An Earth Day Reminder: Don’t Throw Your Old Xbox Or PlayStation In The Bin

An Earth Day Reminder: Don’t Throw Your Old Xbox Or PlayStation In The Bin
Photo: Tomohiro Ohsumi, Getty Images

While used PS4s and Xboxes may not make up a significant portion of e-waste, that doesn’t mean they aren’t contributing to the problem. If you have any used gaming consoles, don’t trash them — you can likely re-sell them at any electronics store or recycle them at the very least.

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Resell them online or at retailers

Before you get rid of your console, first, you should research your options to resell it, assuming the console still functions. If it’s an especially valuable console, chances are you’ll make some money in the process.

Most major electronics stores such as JB Hi-Fi and EB Games also have trade-in programs, though you should expect to get a little less out of the deal.

Alternatively, you can list the console and sell it for yourself on eBay, Gumtree or even Facebook’s Marketplace. Of course, use good judgement; do some research on the right price and don’t immediately accept low-ball offers.

If you have several consoles and games to sell, you should list them individually as opposed to in a bundle, as it might earn you a little more cash.

And before you sell your console, don’t forget to wipe any personal information and back up any data. On a Reddit thread, blackboxinquiry recommends factory-resetting your console to erase any of your information and placing it in its original packaging, if possible. You should research how to properly wipe your console.

ImagePhoto: Drew Angerer, Getty Images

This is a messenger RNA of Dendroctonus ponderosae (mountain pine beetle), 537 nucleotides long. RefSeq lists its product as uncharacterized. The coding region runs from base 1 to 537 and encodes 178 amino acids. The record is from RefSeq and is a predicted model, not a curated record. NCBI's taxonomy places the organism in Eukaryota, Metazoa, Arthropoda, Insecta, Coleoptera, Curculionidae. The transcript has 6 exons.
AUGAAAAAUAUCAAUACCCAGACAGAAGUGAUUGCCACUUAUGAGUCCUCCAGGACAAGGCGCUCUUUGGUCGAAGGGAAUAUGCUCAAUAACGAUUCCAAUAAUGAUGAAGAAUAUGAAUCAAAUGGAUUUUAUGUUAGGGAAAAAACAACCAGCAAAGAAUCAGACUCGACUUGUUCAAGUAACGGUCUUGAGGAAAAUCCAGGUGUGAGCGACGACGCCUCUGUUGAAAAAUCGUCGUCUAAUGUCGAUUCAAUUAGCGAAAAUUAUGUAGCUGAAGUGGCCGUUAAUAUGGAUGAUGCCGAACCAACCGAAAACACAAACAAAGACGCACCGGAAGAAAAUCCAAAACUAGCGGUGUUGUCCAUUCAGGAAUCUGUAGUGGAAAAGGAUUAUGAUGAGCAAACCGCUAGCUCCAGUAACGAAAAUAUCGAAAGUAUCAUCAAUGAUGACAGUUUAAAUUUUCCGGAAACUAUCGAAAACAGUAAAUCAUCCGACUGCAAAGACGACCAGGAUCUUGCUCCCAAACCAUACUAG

Donate them to local organisations

If a gaming console might not earn you all that much, try donating it to local organisations and charities instead.

Child’s Play will accept used gaming consoles and provide them to children at hospitals during extended stays. You could also give them to a service such as Headspace.

Otherwise, contact your local library or family shelters that might put your old console to good use; they’ll likely accept any used video games, too.

Be sure to properly vet the organisation before donating; gaming consoles are valuable and it shouldn’t come as a surprise that people might scam you out of one. (Look them up online and for reviews by other donors, if possible.)

Recycle using a local e-waste facility

If your used console is unsalvageable (RIP), your next course of action is to recycle it. Given the various parts of a console — from the plastic casing to the circuit board — it isn’t easy to disassemble and recycle each part.

Luckily, some retailers will accept your entire console for recycling. At Microsoft stores, you can trade-in an Xbox for store credit if it still works; otherwise, the company will recycle it on your behalf.

Alternately, perform an online search to find e-waste recyclers. You’ll likely find a facility near you that will accept your console. Just be sure to contact them in advance to be sure.

And if you just can’t let go of your console just yet, that’s fine, too. Try repurposing it using our guide or save it for the long run. Who knows how much it might be worth a decade or two from now?


  • Don’t sell them, I chip/crack all my old consoles. Then I assemble all the best games for that generation that I own and make roms of them, install them all on the machine and then add it to my cabinet.

    They make a great show piece plus you can play any of those old games that you own again!

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